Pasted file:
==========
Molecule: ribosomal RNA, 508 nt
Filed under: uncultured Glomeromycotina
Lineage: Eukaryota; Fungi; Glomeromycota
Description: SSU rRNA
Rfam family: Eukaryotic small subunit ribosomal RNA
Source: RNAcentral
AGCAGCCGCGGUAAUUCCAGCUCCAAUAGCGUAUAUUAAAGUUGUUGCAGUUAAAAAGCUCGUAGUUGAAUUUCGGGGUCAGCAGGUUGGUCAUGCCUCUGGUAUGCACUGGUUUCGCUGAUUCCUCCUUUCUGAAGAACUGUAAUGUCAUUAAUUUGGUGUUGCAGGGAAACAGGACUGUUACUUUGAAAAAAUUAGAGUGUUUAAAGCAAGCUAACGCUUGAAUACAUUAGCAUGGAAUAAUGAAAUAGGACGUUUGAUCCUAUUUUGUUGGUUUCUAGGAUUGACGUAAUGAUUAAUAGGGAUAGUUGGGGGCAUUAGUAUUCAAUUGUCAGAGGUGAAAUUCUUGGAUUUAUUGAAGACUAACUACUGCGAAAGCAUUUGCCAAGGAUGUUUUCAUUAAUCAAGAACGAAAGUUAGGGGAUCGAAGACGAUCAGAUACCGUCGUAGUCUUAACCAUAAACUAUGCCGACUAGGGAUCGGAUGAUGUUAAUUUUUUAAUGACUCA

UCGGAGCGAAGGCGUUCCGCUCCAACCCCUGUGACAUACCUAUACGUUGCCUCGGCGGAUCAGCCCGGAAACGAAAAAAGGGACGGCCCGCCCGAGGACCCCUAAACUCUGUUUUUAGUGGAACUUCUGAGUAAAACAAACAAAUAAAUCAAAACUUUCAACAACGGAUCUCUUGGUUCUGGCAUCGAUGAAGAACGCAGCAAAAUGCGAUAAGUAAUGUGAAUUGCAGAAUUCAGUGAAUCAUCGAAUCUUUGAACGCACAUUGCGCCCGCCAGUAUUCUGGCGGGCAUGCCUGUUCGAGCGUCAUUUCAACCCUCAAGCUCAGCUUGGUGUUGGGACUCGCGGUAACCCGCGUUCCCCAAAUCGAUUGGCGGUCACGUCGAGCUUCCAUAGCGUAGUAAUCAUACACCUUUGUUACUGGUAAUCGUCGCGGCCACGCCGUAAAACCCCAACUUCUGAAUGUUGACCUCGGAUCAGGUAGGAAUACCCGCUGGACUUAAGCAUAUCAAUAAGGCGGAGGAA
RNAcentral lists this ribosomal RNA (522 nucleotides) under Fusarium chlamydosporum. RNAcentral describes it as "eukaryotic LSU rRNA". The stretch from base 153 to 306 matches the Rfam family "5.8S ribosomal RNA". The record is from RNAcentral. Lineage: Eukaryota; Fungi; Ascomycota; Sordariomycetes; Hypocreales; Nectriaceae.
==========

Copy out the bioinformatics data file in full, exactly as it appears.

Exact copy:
Molecule: ribosomal RNA, 508 nt
Filed under: uncultured Glomeromycotina
Lineage: Eukaryota; Fungi; Glomeromycota
Description: SSU rRNA
Rfam family: Eukaryotic small subunit ribosomal RNA
Source: RNAcentral
AGCAGCCGCGGUAAUUCCAGCUCCAAUAGCGUAUAUUAAAGUUGUUGCAGUUAAAAAGCUCGUAGUUGAAUUUCGGGGUCAGCAGGUUGGUCAUGCCUCUGGUAUGCACUGGUUUCGCUGAUUCCUCCUUUCUGAAGAACUGUAAUGUCAUUAAUUUGGUGUUGCAGGGAAACAGGACUGUUACUUUGAAAAAAUUAGAGUGUUUAAAGCAAGCUAACGCUUGAAUACAUUAGCAUGGAAUAAUGAAAUAGGACGUUUGAUCCUAUUUUGUUGGUUUCUAGGAUUGACGUAAUGAUUAAUAGGGAUAGUUGGGGGCAUUAGUAUUCAAUUGUCAGAGGUGAAAUUCUUGGAUUUAUUGAAGACUAACUACUGCGAAAGCAUUUGCCAAGGAUGUUUUCAUUAAUCAAGAACGAAAGUUAGGGGAUCGAAGACGAUCAGAUACCGUCGUAGUCUUAACCAUAAACUAUGCCGACUAGGGAUCGGAUGAUGUUAAUUUUUUAAUGACUCA

UCGGAGCGAAGGCGUUCCGCUCCAACCCCUGUGACAUACCUAUACGUUGCCUCGGCGGAUCAGCCCGGAAACGAAAAAAGGGACGGCCCGCCCGAGGACCCCUAAACUCUGUUUUUAGUGGAACUUCUGAGUAAAACAAACAAAUAAAUCAAAACUUUCAACAACGGAUCUCUUGGUUCUGGCAUCGAUGAAGAACGCAGCAAAAUGCGAUAAGUAAUGUGAAUUGCAGAAUUCAGUGAAUCAUCGAAUCUUUGAACGCACAUUGCGCCCGCCAGUAUUCUGGCGGGCAUGCCUGUUCGAGCGUCAUUUCAACCCUCAAGCUCAGCUUGGUGUUGGGACUCGCGGUAACCCGCGUUCCCCAAAUCGAUUGGCGGUCACGUCGAGCUUCCAUAGCGUAGUAAUCAUACACCUUUGUUACUGGUAAUCGUCGCGGCCACGCCGUAAAACCCCAACUUCUGAAUGUUGACCUCGGAUCAGGUAGGAAUACCCGCUGGACUUAAGCAUAUCAAUAAGGCGGAGGAA
RNAcentral lists this ribosomal RNA (522 nucleotides) under Fusarium chlamydosporum. RNAcentral describes it as "eukaryotic LSU rRNA". The stretch from base 153 to 306 matches the Rfam family "5.8S ribosomal RNA". The record is from RNAcentral. Lineage: Eukaryota; Fungi; Ascomycota; Sordariomycetes; Hypocreales; Nectriaceae.